Frank McNamara gives a masterclass in how to handle mistakes
The pianist shows students how to handle the pressure of improvisation
Frank McNamara was genial, resolute and even-handed as a task-master – and encouraging as a teacher. Photograph: Jason Clarke
It was a sorry scene at the Methodist Church on Brighton Road in Rathgar on Sunday. Around a dozen young people were assembled for the purpose of having teeth pulled. Well, that’s what the facial expressions were communicating, as a group of pianists queued to take their turn at the keyboard during a workshop on improvisation given by Frank McNamara as part of the Dublin International Piano Festival’s Summer Academy.
There was no screaming to go with the squirming body-language. But the message was clear. Get me out of here, no matter what it takes.
As a student I was told that the great composer and pianist Ferruccio Busoni always said that pianists needed to have fingers of steel and arms of India rubber. McNamara showed a similar combination of firmness and flexibility.
He was free and easy in demonstrating what he was talking about. He laid out the basics succinctly, and never tut-tutted when one of them was mostly ignored for the rest of the evening: rhythm without pitch is a better identifier of a melody than pitch without rhythm.
He followed his short discussion of some of the core principles with a call for volunteers. When he ran out of new volunteers he started picking names from a list. And then, finally, he went comprehensive. He called on all of the students, row, by row, to have a go in turn. That’s when it became glaringly obvious that some of those standing in line would probably have preferred a trip to the dentist.
He was dealing with a highly accomplished group of players whose repertoire lists include the Tchaikovsky Piano Concerto, Ravel’s Gaspard de la nuit, sonatas by Rachmaninov and Liszt, and even a note-rich sonata by the jazz-influenced Russian composer-pianist Nikolai Kapustin.
Yet, when they sat at the piano and were forced to improvise, it seemed that any novocaine that had been administered was affecting their fingers not their gums.
The challenge was a big ask. They seemed to have been anticipating an evening of demonstration by McNamara. So they were not just being required to grapple with the unexpected but they were also being put in the spotlight in front of a group of their peers. However difficult the whole process might have been in a one-on-one lesson, it was hugely more daunting with so many keenly-attuned and critical ears listening in.
McNamara was genial, resolute and even-handed as a task-master. And he was encouraging as a teacher. He accepted in good spirit whatever they came up with. The point of the exercise was not to uncover a master of the art. It was more like an early swimming lesson, where you learn that if you let nature take its course it’s easy to float, and if you wiggle your hands and your feet you can move around while you’re floating.
He was well rewarded for his patience and tenacity. It was remarkable how, in just under two hours, inhibitions began to fall away. Players gradually unfroze and started to seek a little adventure, allowing themselves to go with the flow and follow an idea. More and more they began to call on routines of technical display – mostly flying arpeggios – and tag them on to the material they had been set, or simply buy time by creating some padding while they figured out what to do next.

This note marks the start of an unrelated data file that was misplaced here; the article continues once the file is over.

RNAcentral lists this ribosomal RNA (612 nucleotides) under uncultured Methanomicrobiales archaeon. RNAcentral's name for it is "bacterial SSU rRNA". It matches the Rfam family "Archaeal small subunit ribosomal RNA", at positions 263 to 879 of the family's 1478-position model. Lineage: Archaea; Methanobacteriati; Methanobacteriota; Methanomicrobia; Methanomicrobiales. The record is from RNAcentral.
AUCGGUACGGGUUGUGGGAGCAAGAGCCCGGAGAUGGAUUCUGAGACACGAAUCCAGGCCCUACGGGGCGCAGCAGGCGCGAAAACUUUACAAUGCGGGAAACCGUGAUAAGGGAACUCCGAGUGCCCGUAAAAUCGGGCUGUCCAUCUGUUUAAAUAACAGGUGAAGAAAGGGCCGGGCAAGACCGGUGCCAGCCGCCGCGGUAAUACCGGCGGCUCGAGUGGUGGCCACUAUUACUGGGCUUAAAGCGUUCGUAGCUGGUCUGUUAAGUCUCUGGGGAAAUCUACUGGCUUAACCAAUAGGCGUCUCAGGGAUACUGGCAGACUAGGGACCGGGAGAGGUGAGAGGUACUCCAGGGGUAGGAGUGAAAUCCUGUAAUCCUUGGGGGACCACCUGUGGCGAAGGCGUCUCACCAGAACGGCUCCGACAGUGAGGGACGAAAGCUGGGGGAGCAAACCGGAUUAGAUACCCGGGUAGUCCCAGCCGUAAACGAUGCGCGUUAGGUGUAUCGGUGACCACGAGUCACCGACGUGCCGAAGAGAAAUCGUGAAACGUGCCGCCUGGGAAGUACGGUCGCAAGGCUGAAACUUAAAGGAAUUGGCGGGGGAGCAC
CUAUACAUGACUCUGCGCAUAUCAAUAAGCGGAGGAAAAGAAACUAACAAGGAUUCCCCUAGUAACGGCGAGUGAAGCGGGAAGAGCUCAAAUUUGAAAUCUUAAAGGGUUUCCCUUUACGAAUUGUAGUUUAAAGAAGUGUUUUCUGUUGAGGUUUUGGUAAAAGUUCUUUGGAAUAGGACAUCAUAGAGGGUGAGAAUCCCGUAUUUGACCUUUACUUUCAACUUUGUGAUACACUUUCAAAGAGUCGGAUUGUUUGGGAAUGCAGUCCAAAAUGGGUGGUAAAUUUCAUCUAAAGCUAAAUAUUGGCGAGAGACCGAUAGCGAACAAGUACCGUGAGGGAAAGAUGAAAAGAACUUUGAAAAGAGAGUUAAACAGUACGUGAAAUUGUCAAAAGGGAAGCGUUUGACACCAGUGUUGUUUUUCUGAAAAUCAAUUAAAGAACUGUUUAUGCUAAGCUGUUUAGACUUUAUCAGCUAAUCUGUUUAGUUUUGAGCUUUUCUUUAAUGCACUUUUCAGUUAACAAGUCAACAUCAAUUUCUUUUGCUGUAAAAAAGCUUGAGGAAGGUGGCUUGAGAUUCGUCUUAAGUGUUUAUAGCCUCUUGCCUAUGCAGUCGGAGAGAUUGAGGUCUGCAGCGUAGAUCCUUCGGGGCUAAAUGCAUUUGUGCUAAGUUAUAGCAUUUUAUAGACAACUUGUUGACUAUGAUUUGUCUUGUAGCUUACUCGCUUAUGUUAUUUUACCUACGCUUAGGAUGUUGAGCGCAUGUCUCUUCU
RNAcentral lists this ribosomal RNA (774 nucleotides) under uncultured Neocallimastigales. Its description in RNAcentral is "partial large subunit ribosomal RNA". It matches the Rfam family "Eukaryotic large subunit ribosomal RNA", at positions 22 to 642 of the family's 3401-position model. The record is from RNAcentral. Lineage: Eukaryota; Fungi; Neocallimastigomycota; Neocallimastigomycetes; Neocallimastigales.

Over the evening they progressed from dealing with randomly selected groups of notes and nursery rhymes, to popular tunes and the famous theme made out of the letters of Bach’s name – BACH (B is the German name for the note we call B flat in English, and H is the German for B).
Finally, and quite out of the blue, McNamara announced that the final task would be an improvised cadenza for a great concerto, Beethoven’s Third. If the ground could have opened and swallowed them, every victim – sorry, student – would have disappeared straight away.
But they all stuck it out and took their turn. What was clear at the end was that they were all on the way to developing strategies to deal with the fact that there is no guide to what will happen next when you are improvising.
They might well take consolation from a story by the American pianist and teacher Amy Fay, about her time as a student of Liszt. “He was rolling up the piano in arpeggios in a very grand manner indeed,” she wrote, “when he struck a semi-tone short of the high note upon which he had intended to end. I caught my breath and wondered whether he was going to leave us like that, in mid-air, as it were, and the harmony unresolved, or whether he would be reduced to the humiliation of correcting himself like ordinary mortals, and taking the right chord.”
The experience was clearly not new to Liszt. “A half smile came over his face, as much as to say ‘Don’t fancy that this little thing disturbs me,’ – and he instantly went meandering down the piano in harmony with the false note he had struck, and then rolled deliberately up in a second grand sweep, this time striking true.” Fay was delighted. “I never saw a more delicious piece of cleverness. It was so quick-witted and so exactly characteristic of Liszt. Instead of giving you a chance to say, ‘He has made a mistake,’ he forced you to say, ‘He has shown how to get out of a mistake.’”
McNamara’s young wards are all now that bit better equipped to do the same themselves. firstname.lastname@example.org